My simple life without a smartphone
There are words for people like me. Luddite comes to mind, which in its broadest sense means someone who is opposed to technological change. In the eyes of the majority I’m a deviant and I’m betting many who are reading this are also.
As part of my being “old school,” is the fact that I don’t have a smartphone where I am connected to the Internet at every moment. I still use a flip phone with which I can call and text, but that is all — and for me, it is quite enough.
I call it a dumb phone mostly to poke fun at myself. It is used primarily and almost exclusively as a farm tool. That is, when my farmers need to get ahold of me for a ride, to pick up parts, or bring them net wrap or coffee. In the less harried seasons on the farm it may go for days without being used.
Advertisers of all sorts assume everyone has a smartphone, which of course I contend is a big mistake. It’s fine for them to give out information for such users, yet they need to continue to support those of us who aren’t in that realm.
In a recent farm magazine, an article stated that it is necessary to be Internet connected at all times while in the tractor. The contention was it is imperative for weather information and to keep up-to-the-minute on commodities fluctuations, as if being in a tractor somehow equals being out of touch or on another planet. With cabbed tractors come radios, even weather radios if you choose. Internet is not the end-all for information.
We don’t use an ATM and wouldn’t know how if we suddenly had the urge. We do use credit cards, but pay off any balances each month. When I use them to buy groceries locally I get the feeling the clerk is thinking how sad it is that I have to charge my supplies. In truth, I do it for convenience.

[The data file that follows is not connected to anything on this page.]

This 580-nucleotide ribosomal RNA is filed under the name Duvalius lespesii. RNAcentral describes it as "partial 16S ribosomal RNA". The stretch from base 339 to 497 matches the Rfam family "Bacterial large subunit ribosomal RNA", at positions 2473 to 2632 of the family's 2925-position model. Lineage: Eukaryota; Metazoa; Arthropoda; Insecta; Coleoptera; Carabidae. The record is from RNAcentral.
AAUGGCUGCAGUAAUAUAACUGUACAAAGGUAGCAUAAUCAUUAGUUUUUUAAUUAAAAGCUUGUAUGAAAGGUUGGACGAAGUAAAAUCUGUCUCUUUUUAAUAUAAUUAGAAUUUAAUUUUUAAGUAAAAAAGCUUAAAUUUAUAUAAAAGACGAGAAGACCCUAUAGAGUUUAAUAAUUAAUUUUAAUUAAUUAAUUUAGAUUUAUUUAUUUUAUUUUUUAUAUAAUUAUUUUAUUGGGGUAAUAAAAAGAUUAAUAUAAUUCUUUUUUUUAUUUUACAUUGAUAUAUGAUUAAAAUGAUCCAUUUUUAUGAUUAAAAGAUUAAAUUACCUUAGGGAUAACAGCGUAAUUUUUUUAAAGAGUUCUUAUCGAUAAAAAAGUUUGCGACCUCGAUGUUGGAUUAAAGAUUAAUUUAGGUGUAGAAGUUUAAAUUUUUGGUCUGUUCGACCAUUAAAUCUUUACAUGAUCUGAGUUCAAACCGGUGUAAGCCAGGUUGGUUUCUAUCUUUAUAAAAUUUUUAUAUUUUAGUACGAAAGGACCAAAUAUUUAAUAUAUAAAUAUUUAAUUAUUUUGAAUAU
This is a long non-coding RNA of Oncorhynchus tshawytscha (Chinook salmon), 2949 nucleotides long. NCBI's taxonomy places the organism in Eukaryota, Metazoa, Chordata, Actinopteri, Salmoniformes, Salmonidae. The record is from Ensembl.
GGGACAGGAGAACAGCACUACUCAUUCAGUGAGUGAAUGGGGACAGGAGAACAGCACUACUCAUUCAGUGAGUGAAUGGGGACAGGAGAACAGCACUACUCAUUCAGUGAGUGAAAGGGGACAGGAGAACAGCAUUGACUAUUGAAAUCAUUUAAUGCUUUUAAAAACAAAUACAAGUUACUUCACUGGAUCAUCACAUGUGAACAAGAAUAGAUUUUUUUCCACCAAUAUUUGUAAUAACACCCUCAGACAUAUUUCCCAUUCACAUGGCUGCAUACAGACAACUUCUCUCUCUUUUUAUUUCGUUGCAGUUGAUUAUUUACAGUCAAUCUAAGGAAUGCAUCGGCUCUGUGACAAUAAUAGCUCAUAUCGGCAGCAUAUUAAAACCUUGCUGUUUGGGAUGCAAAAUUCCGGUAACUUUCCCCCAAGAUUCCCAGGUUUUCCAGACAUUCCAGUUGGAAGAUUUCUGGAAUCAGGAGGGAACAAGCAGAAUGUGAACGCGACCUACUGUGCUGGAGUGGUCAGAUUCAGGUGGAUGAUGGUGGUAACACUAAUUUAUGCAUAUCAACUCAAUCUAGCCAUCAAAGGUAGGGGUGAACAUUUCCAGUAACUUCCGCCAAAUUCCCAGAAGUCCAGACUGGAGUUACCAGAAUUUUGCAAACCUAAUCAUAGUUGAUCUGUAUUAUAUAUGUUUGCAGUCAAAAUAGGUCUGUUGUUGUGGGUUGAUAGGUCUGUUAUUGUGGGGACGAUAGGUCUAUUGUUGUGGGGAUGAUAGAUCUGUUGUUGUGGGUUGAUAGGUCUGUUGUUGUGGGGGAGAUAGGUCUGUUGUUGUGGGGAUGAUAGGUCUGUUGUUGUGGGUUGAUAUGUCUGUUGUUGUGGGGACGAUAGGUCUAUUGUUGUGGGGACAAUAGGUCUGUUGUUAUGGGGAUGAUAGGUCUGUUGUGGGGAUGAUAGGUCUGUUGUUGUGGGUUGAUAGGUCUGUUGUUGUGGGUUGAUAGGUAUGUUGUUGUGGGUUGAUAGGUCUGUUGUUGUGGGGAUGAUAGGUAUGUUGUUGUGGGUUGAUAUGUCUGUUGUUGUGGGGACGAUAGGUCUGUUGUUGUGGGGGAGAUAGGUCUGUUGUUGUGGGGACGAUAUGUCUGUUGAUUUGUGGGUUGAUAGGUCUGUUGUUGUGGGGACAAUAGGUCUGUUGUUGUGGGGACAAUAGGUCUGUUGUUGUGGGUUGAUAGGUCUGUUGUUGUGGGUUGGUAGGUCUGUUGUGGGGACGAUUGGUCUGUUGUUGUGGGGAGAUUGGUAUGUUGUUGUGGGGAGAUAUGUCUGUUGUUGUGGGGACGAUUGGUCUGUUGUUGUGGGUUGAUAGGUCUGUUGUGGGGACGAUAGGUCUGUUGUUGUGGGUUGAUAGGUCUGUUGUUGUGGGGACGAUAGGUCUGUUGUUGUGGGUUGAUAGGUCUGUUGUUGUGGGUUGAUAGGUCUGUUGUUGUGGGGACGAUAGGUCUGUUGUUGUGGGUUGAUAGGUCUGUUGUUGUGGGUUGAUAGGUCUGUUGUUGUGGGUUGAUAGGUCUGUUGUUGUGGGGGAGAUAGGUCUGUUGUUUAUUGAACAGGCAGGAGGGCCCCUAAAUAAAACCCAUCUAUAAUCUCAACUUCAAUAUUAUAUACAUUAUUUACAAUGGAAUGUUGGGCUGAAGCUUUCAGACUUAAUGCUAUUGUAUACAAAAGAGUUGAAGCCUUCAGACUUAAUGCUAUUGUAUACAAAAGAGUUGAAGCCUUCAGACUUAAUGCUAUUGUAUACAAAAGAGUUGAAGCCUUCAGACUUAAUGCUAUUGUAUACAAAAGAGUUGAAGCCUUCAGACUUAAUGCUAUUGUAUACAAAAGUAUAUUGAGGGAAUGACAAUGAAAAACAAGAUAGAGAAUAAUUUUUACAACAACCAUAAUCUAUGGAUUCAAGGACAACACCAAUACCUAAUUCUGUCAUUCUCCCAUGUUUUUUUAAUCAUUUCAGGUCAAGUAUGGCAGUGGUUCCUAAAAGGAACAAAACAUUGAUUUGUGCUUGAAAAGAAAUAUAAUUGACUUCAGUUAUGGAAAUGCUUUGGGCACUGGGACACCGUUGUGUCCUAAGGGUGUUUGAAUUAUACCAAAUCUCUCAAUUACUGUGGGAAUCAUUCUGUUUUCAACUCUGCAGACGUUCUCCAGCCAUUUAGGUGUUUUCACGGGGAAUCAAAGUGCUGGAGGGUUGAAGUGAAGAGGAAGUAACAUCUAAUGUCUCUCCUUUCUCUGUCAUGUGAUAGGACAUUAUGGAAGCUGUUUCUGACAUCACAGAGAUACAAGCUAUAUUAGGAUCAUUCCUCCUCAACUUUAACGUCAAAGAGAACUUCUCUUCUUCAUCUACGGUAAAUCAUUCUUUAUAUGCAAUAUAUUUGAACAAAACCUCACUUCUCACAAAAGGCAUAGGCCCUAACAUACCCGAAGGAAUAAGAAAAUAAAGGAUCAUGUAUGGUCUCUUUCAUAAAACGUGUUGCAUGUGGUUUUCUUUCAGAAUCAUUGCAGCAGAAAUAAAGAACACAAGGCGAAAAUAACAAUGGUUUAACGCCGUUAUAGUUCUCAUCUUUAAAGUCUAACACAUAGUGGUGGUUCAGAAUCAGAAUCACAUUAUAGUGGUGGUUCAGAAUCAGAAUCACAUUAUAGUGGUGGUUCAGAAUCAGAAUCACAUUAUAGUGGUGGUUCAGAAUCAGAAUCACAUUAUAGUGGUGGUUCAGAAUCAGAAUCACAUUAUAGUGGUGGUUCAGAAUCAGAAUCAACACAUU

My bookkeeper/husband enters information into a computer program and when I used to write checks, individual expenditures had to be entered. By using a credit card, he can add up amounts paid to the grocery store for the month and enter them as a lump sum. It saves him time.
We still use checks in the offering plate at church. Some habits don’t change even though our church allows for automatic withdrawal from a checking account. Touted as a convenience for those who travel, it is used by some so they don’t have the need to write a check.
Personally, I don’t like any entity having permission to withdraw funds from an account nor having access like that. I have heard too many consumer shows, such as Tom Martino, to make me cautious. According to him, unless both parties agree to cease automatic withdrawals, the bank cannot stop transferring the funds.
If the latest “necessity” would be useful to you, learn what you can so you don’t drown, then jump in. ❖